International Day of the Girl Child: an opportunity to reflect on Millennium Goals
11 October 2015 marked International Day of the Girl Child; a day where the world considers the particular challenges faced by girls around the world.
This year, the international community is assessing the progress made under the Millennium Development Goals (MDG) since their implementation in 2000 and making determinations for the Sustainable Development Goals for the next 15 years.
Girls born at the turn of the new millennium have now achieved adolescence. But, what has the world achieved for them?
MDG 1. Eradicate Extreme Poverty and Hunger
The girl child living in a developing country may now be less likely to experience extreme poverty than before. The global number of people living in extreme poverty has declined by more than half, falling from 1.9 billion in 1990 to 836 million in 2015, with most of the progress occurring since 2000.
Despite this, women still face a greater risk of living in poverty than men due to their unequal access to paid work, lower earnings, lack of social protection and limited access to assets.
MDG 2. Achieve Universal Primary Education
The girl child may have had greater access to primary education and has improved literacy skills. The primary school net enrolment rate in developing regions has reached 91% in 2015, up from 83% in 2000.
The number of out of school children globally has been cut almost in half since 2000.
The gender gap in youth literacy has fallen since 1999 and greater proportion of youths, especially women, can read and write. However, while improvements have been achieved, a gender gap in literacy rates remains with average youth literacy rates estimated to be 93% for men and 90% for women.
MDG 3. Promote Gender Equality And Empower Women
The girl child may have a greater chance of accessing paid employment, yet will receive less earnings than her brother.
The proportion of women in paid employment outside the agriculture sector has increased from 35% in 1990 to 41% in 2015. Yet women remain at a disadvantage in the labour market.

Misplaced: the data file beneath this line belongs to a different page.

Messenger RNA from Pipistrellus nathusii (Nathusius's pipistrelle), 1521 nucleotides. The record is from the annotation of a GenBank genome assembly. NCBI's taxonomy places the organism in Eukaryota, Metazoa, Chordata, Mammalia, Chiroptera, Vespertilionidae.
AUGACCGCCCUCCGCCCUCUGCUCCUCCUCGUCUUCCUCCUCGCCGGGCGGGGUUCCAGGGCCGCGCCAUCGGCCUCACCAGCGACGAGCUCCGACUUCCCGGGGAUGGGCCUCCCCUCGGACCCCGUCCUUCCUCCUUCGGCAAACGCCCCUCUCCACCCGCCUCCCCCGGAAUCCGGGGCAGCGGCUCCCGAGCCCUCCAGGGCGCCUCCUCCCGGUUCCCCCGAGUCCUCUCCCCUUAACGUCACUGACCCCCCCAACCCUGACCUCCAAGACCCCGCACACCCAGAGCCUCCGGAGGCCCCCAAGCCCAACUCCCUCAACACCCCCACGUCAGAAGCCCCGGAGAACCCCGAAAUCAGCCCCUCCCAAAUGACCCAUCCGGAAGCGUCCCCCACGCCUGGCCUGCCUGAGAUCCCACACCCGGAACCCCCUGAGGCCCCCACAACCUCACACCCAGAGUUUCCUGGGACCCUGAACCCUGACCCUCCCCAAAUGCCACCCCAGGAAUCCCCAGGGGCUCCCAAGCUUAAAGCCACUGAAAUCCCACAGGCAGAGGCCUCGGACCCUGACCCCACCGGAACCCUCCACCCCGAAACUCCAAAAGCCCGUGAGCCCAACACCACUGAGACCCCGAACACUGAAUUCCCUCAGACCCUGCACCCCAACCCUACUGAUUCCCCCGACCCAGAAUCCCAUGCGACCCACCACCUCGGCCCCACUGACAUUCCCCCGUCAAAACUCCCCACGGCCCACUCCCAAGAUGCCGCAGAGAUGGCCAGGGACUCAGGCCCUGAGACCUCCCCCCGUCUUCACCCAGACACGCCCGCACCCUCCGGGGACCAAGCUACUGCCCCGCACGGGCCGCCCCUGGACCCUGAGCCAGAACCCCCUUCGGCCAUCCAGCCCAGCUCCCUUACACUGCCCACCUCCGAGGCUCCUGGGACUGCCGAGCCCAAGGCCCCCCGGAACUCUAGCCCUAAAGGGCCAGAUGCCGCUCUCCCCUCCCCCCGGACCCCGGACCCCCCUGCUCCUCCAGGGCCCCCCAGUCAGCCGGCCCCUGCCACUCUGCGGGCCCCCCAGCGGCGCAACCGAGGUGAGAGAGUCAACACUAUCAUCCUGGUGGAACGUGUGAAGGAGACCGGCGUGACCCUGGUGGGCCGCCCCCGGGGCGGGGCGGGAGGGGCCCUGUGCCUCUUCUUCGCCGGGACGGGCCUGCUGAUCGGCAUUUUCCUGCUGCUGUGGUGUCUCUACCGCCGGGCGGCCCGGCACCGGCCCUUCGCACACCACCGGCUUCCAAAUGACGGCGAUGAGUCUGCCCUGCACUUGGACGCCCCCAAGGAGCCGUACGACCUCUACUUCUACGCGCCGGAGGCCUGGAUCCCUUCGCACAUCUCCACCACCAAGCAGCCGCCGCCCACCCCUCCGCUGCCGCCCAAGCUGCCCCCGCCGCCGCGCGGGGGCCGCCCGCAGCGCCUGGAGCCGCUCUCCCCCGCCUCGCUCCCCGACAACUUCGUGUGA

Significant gaps remain between women and men in the labour market.
Despite their progress in education, women face a more difficult transition to paid work. Barriers to women’s employment including household responsibilities and cultural constraints still exist. These factors contribute to limiting women’s earnings.
The girl child will face barriers if she chooses to enter politics or seeks a leadership role when she is an adult. Even though the global average proportion of women in parliament has nearly doubled, it remains low at only 22%. Progress in leadership positions has also been slow with only 16% of parliamentary leaders across the world currently women.
MDG 4. Reduce Child Mortality
The girl child most probably has received vaccinations against disease. Her siblings are more likely to have survived their childhood. Child mortality rates are falling faster than ever. The global under five mortality rate has declined by more than half.
Despite this improvement, the current mortality rates do not meet the MDG target. In 2015, every day, around the world, about 16 000 children under five die.
MDG 5. Improve Maternal Health
The girl child would have seen her mother survive the birth of her siblings and her siblings would have most probably been delivered by a trained health professional.
Maternal mortality has been cut nearly in half and more than 71 % of births were assisted by skilled health personnel globally in 2014. This is an increase of 59% since 1990.
However, in the developing countries, significant gaps remain between rural and urban regions.
MDG 6. Combat HIV/AIDS, Malaria And Other Diseases
The girl child is more than likely to be under less threat from disease than she was 15 years ago. Anti malaria interventions have been expanded and tuberculosis prevention, diagnosis and treatment have been increased.
HIV infection has dropped by 40% since 2000 and the number of children orphaned by AIDS is beginning to fall. However, in 2013 there were still 17.7 million children worldwide who had lost one or both parents due to AIDS related causes.